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Patients with cancer may decide to share their diagnosis with their employer but approaching it in a way that is most comfortable to the patient may make it a more effective conversation.
Whether a patient with cancer discloses their diagnosis with their employer is a personal decision, but one that requires proper information from the cancer team to have their needs met at work, experts explained.
Sometimes this decision may come at a very overwhelming time, when the diagnosis, treatment options and other matters are circling one’s mind, two oncology social workers with Iris by OncoHealth, a digital care telehealth platform, told CURE®.
“It can feel really fast paced and things are happening really quickly, a lot of changes,” said Jessica Fox, LCSW, OSW-C, APHSW-C, senior oncology social worker with Iris by OncoHealth. “So giving yourself a little bit of time, if you can, hopefully with the support of someone else in your inner circle, to think through, ‘What do I want to discuss with HR? What do I need from them? And what do I need to give them at this time?’ And knowing that you can always go back and disclose more information, if you're just not sure at this time if you want to disclose certain information.”
Some of the information that may be disclosed to an employer also includes certain accommodations a patient may need during and after cancer treatment.
“It's important to be upfront and clear with the medical team about what your work actually involves,” Alexandra Gubin, MSW, LCSW, senior oncology social worker with Iris by OncoHealth, said in an interview with CURE®. “(Be) very detailed about everything from if you're seated near a bathroom or not, all these things that we may not think about so much, but you need to start thinking about more, especially the physical aspect of work.”
Patients are not technically required to disclose their cancer diagnosis to their employer, although some patients choose to do so to address any time they may need to miss from work for appointments and side effects, among other reasons.
READ MORE: Disclosing Cancer to Employers: Survivors Share Their Reasons to Tell or Not to Tell
“If you’re getting chemotherapy or radiation — and then also the side effects that you might have — that might affect your ability to work,” Fox said. “It’s thinking through with the medical team both what to expect time-wise for treatment and then also how that might affect your ability to be able to work. … You might need to change what you’re doing at work, whether that’s how often you’re going or even if you’re able to attend work.”
Legal rights may come into play when a patient requests accommodations at their workplace, Fox added. These rights protect a patient’s job and provides benefits, although not every employer is obligated to uphold Americans With Disabilities Act accommodations
“Some people I’ve worked with have worked in smaller independent situations where they may not actually quality or have any sort of legal protections,” Gubin said. “The first step is to find out (and) inquire. Some (workplaces) don’t have a formal HR department, (but try to) understand the landscape, culture and environment of where you do work.”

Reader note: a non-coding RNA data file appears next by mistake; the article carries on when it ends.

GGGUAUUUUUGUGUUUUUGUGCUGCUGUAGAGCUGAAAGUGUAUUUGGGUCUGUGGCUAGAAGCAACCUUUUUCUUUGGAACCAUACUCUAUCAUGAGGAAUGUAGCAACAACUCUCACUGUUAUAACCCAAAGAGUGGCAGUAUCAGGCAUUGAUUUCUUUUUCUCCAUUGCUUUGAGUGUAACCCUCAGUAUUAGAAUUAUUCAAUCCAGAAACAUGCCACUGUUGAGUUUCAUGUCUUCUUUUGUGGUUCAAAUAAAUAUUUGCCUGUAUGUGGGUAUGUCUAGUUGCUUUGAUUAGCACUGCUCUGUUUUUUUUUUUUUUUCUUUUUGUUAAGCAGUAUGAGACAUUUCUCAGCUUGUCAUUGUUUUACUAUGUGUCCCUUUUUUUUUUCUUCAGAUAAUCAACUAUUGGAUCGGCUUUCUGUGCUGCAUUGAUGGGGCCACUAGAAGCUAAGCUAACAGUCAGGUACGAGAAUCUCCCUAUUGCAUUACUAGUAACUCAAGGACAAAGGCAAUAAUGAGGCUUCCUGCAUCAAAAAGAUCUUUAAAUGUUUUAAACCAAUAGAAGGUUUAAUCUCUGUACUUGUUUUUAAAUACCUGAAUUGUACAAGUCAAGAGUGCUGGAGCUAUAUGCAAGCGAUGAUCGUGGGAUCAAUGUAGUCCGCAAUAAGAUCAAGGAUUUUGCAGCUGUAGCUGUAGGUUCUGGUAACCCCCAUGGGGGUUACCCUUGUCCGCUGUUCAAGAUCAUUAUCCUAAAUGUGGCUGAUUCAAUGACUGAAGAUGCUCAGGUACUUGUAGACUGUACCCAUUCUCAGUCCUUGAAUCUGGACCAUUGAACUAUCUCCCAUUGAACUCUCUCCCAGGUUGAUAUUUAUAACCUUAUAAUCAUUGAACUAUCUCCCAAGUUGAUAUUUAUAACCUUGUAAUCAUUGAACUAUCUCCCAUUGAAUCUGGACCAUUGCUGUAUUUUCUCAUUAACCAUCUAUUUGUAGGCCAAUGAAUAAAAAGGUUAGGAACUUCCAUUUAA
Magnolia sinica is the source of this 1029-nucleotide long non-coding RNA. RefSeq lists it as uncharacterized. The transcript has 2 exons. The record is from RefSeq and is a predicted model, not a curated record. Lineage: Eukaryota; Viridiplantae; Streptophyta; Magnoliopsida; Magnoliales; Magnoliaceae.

To find more information about the rights and legal protections patients with cancer have in the workplace, there are several organizations that provide education including Triage Cancer, Cancer and Careers, and Cancer Legal Resource Center.
Both Fox and Gubin also urge patients with cancer to research the protections and legal rights they have, as they can differ by state and by the size of your employer, among other factors. Some of these rights include short- and long-term disability, in addition to Family Medical Leave Act (FMLA).
Beyond benefits and legal rights, patients with cancer may disclose their diagnosis with their employer because they work at a safe, supportive environment.
“They know that they’re also going to get the support that they need and that they want,” Fox said.
Although there are patients who may not feel as comfortable sharing this information with their employers, sharing aspects of one’s diagnosis is a spectrum rather than a yes-or-no decision; they may not need to disclose every aspect of their diagnosis including duration of treatment and stage of their disease, for example. This may be a situation where patients may not have worked at their employer for a long time, they are still trying to figure out the work culture or maybe the patient is a private person.
“It’s a personal decision ultimately, thinking about what you’re sharing in terms of what you need, what is it that you’re asking for that you need,” Gubin said. “I always like to think less is more; if you’re unsure about how much to share, you can always go back. If your medical team is completing, let’s say, family medical leave paperwork on your behalf, if you haven’t provided enough information, there’s always an opportunity to go back and update that information. Also, you may be someone who thinks I’m going to try this out for now and work. Know your needs may change over time, so just knowing it’s a fluid process.”
Fox added that taking into consideration why a patient decides to disclose information on their diagnosis will help them decide how much information to share with their employer. She also mentioned that patients can ask for privacy when discussing this topic with their employer.
“You have protection as far as privacy when you're working with HR or talking with your employer,” she said. “It's always to your benefit — even if you have that legal right — to say, ‘I'd like this conversation to be kept private,’ ‘I want this conversation to be between the two of us,’ and to reinforce with anyone you speak to if you want that to be private, to let them know that.”
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